1. Do trucks pose a significant safety problem?
Yes. More than 5,000 people have been killed annually in truck-related crashes for the past several years. Large trucks are severely over represented in annual crash figures. Although they are only 3 percent of the registered vehicles, they are responsible for 12 to 13 percent of passenger vehicle occupant deaths each year
Nearly one in four passenger vehicle deaths in multiple-vehicle collisions involve a large truck. In fact, large trucks are involved in multiple-vehicle fatal crashes at twice the rate of passenger vehicles. In addition, nearly 800 large truck occupants, almost all of them drivers, also die each year in these crashes.
The reasons for this excessive contribution to annual crash figures include the unwieldy size, weight, braking ability, and maneuverability of big combination and single-unit trucks. These factors, and the fact that trucks often involve far more vehicles in a crash than do passenger vehicles, combine to make truck safety a serious problem.
Driver fatigue is another major reason for the high level of truck crashes each year. The reality is that many thousands of truck drivers are operating their commercial vehicles in a fatigued, sleep-deprived condition, which is the result of long hours on the road combined with inadequate rest and sleep.
2. Is driver fatigue a safety problem in the motor carrier industry?
Yes. Fatigue has been a major factor in truck crashes for many years. Major studies by the National Transportation Safety Board, Australian researchers, the Insurance Institute for Highway Safety, the AAA Foundation, as well as surveys of drivers themselves, clearly indicated that the contribution of fatigue to commercial vehicle crashes and fatal truck crashes is far greater than claimed by the government and industry.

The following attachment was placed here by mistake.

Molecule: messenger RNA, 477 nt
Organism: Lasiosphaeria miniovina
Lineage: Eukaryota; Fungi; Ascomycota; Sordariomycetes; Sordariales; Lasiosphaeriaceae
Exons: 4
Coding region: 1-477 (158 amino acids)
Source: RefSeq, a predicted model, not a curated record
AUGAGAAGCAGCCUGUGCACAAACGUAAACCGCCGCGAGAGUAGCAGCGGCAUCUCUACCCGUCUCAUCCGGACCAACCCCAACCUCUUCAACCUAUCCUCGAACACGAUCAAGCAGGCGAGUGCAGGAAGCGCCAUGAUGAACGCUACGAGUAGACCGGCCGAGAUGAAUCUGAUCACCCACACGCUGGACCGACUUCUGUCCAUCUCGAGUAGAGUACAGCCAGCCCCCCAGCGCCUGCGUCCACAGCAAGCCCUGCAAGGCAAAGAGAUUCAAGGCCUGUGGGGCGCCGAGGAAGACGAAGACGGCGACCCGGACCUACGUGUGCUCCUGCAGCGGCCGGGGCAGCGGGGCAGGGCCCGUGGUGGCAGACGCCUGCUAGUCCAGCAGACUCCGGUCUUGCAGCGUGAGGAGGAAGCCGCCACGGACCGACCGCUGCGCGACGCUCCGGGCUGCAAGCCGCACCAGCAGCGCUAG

The Federal Motor Carrier Safety Administration (FMCSA) performed a new analysis of data for the proposed hours of service rule and found that fatigue directly contributes to about 15 percent of all fatal truck crash deaths and serious injuries each year. This means that more than 750 people die and nearly 20 thousand are seriously injured on our roads and streets each year due directly to fatigued drivers of medium and heavy commercial vehicles.
3. What is “fatigue”?
Fatigue is a complex, but very real, interaction of physiological, cognitive, and emotional factors which result in slowed reactions, poor judgment, reduced cognitive processing of information, and an inability to continue performing a task or to carry it out at a high, sustained level of accuracy or safety.
The most advanced state of fatigue is, of course, literally falling asleep. This is a serious safety issue because many catastrophic failures, including motor vehicle and railroad crashes, and other shift work tragedies (e.g., Three-Mile Island), often result from fatigued workers who literally fall asleep at the controls. However, most fatigue-related human errors resulting in serious, adverse health and safety consequences occur due to degraded performance before a person actually falls asleep “at the switch.” The pervasive problem of fatigue is due principally to one or more conditions including: lack of sleep; poor quality sleep (sleep that is shallow rather than deep); interrupted sleep (which denies opportunities for protracted deep sleeping periods); non-circadian or inverted circadian work and rest cycles (that is, on other than a regular 24-hour schedule, or working at night and trying to sleep during the day); rapidly rotating work/rest cycles (which undermines partial adaptation to changed work/sleep schedules); physical exhaustion (which can result from hours of loading and unloading heavy freight); organic diseases (such as sleep apnea, narcolepsy, and severe diabetes); and the excessive use of and reliance upon both stimulants and depressants to compensate for insufficiently long or poor quality sleep.